South County Fire Board to meet on EMS levy resolution

The South County Fire Board of Fire Commissioners will meet March 20 to discuss a proposition asking voters to approve a replacement levy for emergency medical service (EMS) during the August primary election.

“EMS is the service our citizens rely on the most,” said Fire Chief Bruce Stedman. “More than 85 percent of our calls are EMS-related.”

The meeting will take place at 7 p.m. Tuesday, March 20 at the fire authority headquarters, 12425 Meridian Avenue South in Everett. The public is invited and encouraged to attend.

In August 2017, voters in the City of Lynnwood and Snohomish County Fire District 1 formed a regional fire authority to improve service for area residents and businesses. As part of that vote, the two agencies became South County Fire funded by a fire levy rate of $1.50 per $1,000 of assessed property value. The next part of this voter-approved plan calls for replacing two existing EMS levies, and then dissolving Fire District 1.

South County Fire serves 250,000 residents in Brier, Edmonds, Lynnwood, Mountlake Terrace and unincorporated communities of southwest Snohomish County. If fire commissioners decide to seek a replacement EMS levy, it would appear on the primary election ballot for voters within the boundaries of the regional fire authority, encompassing the City of Lynnwood and unincorporated communities. The levy would not be on the ballot in the cities of Brier, Edmonds and Mountlake Terrace. These cities contract with the fire authority, paying a fee supported by taxes collected by the cities.

Currently, Lynnwood and Fire District 1 receive funding from two separate EMS levies. They pay that revenue to the regional fire authority for an emergency medical service program. The RFA plan calls for asking voters to replace those two levies with a single EMS levy. The rate would be capped at 50 cents per $1,000 of assessed value, the same rate previously approved by voters in both jurisdictions.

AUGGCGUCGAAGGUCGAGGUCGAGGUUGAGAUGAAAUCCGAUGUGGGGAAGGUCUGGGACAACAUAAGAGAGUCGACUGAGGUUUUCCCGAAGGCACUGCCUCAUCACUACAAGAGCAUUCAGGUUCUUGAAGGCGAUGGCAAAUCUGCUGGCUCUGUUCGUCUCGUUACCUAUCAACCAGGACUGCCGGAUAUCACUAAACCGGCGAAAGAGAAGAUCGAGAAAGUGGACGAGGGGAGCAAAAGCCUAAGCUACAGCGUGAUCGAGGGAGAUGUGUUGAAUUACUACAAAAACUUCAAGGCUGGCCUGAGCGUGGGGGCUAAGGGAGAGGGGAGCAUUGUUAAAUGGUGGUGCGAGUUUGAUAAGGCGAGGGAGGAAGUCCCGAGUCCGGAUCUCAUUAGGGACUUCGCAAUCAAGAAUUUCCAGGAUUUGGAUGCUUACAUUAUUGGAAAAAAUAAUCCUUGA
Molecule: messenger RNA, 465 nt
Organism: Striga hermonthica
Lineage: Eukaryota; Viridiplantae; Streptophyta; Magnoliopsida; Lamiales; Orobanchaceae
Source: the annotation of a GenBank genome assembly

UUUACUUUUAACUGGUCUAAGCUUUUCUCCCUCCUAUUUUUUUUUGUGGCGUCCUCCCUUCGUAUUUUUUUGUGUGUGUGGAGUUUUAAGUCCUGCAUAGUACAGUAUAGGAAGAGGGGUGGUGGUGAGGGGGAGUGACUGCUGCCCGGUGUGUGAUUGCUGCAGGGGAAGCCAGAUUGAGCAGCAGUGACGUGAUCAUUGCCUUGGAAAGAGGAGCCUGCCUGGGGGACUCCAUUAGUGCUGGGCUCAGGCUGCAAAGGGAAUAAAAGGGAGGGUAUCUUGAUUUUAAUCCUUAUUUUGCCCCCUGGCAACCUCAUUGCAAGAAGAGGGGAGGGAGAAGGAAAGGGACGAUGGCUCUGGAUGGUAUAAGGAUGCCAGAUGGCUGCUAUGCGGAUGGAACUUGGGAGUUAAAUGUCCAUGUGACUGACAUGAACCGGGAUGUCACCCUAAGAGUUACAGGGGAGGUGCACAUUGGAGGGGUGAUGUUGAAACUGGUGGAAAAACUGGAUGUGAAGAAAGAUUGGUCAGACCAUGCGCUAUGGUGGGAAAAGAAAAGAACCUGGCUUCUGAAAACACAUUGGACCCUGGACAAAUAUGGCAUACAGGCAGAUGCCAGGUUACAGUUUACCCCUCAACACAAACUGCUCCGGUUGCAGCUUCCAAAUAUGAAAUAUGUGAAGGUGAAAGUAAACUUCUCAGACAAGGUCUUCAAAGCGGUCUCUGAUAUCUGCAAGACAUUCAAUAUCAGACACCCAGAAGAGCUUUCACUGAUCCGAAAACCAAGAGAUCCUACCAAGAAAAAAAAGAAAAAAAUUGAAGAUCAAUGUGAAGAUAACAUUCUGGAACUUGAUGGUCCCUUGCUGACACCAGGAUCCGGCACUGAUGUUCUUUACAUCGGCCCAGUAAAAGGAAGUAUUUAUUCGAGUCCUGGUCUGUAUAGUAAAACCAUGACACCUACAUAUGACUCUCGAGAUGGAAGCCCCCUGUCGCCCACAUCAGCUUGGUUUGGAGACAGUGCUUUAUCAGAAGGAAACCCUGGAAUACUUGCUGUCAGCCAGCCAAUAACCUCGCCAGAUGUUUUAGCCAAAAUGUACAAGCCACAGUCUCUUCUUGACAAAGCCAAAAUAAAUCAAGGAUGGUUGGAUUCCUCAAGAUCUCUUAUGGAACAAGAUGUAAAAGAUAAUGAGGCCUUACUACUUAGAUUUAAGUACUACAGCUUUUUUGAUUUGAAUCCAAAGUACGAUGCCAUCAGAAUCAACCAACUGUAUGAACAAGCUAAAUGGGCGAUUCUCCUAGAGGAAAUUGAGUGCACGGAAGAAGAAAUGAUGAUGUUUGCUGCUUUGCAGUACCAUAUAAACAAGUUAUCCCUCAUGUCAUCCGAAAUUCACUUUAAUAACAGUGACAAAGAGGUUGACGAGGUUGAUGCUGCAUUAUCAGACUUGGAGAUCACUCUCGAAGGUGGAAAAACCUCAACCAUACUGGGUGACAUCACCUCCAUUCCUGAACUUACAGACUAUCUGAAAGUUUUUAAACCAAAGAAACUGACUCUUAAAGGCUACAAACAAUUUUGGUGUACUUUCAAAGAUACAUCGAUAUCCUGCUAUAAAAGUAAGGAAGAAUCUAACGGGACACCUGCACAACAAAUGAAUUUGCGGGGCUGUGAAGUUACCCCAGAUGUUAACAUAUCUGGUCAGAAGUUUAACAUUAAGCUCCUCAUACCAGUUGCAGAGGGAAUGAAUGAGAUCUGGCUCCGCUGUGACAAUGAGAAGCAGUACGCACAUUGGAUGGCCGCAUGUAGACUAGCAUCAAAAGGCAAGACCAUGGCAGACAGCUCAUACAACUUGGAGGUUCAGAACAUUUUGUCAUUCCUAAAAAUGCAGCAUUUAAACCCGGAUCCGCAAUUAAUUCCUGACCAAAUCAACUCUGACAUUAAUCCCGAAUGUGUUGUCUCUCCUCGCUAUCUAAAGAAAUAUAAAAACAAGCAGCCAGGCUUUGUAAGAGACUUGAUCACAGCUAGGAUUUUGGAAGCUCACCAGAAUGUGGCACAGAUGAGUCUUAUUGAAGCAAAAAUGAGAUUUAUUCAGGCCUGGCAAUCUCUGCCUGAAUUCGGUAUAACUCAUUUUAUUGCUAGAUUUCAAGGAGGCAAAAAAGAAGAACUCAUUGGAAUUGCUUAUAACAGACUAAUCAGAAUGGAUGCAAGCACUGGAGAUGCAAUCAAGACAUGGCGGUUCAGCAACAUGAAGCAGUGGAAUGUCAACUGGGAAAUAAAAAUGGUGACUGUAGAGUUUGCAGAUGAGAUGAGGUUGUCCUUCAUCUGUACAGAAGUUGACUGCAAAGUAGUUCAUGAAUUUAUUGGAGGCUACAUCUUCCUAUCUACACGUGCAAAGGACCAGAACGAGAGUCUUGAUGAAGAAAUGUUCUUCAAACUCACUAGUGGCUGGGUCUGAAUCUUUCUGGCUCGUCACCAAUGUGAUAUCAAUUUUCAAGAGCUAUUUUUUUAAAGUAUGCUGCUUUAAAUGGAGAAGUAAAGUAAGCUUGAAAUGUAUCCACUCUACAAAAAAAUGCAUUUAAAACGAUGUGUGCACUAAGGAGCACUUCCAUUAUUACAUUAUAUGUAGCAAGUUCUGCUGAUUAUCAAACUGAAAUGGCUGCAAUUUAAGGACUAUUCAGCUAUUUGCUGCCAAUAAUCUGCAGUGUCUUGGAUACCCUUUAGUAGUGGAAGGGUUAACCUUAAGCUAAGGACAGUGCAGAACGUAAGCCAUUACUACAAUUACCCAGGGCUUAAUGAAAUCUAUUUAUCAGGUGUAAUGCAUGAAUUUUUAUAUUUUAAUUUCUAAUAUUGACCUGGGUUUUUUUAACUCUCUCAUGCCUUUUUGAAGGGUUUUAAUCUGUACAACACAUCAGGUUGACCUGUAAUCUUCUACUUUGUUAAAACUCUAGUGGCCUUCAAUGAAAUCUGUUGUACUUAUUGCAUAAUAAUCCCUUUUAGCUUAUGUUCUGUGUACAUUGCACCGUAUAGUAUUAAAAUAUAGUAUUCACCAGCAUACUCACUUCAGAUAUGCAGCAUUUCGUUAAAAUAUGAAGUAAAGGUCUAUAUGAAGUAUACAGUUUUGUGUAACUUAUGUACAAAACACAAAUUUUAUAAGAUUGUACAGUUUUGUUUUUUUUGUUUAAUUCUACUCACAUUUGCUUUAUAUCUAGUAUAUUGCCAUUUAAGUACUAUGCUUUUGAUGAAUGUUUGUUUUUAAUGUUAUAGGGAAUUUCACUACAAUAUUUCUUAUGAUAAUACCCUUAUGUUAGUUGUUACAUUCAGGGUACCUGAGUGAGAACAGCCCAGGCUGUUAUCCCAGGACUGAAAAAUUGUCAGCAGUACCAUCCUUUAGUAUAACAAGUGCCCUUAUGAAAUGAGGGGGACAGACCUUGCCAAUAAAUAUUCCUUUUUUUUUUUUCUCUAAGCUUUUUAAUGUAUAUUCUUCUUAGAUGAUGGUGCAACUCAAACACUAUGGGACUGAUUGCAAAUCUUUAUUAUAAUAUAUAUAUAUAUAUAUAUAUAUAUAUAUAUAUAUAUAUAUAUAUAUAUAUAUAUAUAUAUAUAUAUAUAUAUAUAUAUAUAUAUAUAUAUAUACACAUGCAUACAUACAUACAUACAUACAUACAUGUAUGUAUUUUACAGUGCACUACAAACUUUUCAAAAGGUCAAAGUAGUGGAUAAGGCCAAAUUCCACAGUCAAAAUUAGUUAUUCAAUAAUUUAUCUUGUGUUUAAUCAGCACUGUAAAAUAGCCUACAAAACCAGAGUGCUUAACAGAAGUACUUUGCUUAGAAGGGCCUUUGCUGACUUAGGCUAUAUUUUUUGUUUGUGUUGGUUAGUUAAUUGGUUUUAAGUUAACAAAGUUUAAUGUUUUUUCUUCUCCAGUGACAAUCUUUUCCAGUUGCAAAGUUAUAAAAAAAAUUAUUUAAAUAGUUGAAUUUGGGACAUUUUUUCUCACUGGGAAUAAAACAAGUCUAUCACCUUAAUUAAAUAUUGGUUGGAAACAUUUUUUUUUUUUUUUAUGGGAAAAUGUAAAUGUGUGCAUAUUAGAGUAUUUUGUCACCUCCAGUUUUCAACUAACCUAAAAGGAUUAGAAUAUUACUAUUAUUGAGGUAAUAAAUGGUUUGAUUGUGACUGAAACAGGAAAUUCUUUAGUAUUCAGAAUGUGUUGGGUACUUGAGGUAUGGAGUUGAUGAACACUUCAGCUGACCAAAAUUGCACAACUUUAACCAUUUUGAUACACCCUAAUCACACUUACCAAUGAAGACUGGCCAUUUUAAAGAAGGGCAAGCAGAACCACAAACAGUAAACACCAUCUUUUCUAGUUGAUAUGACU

Over time, levy rates decline as property values rise to limit an agency to collecting roughly the same amount of revenue per year, plus a 1 percent increase. The EMS levy rate for property owners in Lynnwood has fallen from 50 cents to 37 cents per $1,000 of assessed value. The EMS levy rate for property owners in Fire District 1 is now 42 cents per $1,000 of assessed value. If voters restore the levy rate to 50 cents, the respective increase would be $45.50 per year ($3.79/month) in Lynnwood and $28 per year ($2.33/month) in unincorporated Snohomish County for the owner of a $350,000 home.

Emergency call volumes have increased 34 percent in the last five years for homes and businesses in South County Fire. More calls mean added costs for personnel, apparatus, maintenance, medical supplies and equipment.

Funding also will be used to purchase and staff another ambulance to respond during peak call times. Renewing an EMS levy of 50 cents will maintain emergency service levels and continue both basic and advanced life support — the highest standard of care — for Regional Fire Authority residents.

South County Fire’s EMS program has received awards from the Journal of Emergency Medical Services and Congressional Fire Services Institute for the innovative care it provides.

Stedman said that the goal of the EMS levy is to streamline operations and maintain service levels.

“We need another medic unit to respond to higher call volumes,” he said. “It’s also more efficient to have one EMS levy under the fire authority as opposed to two levies paid into fire departments that no longer exist.”


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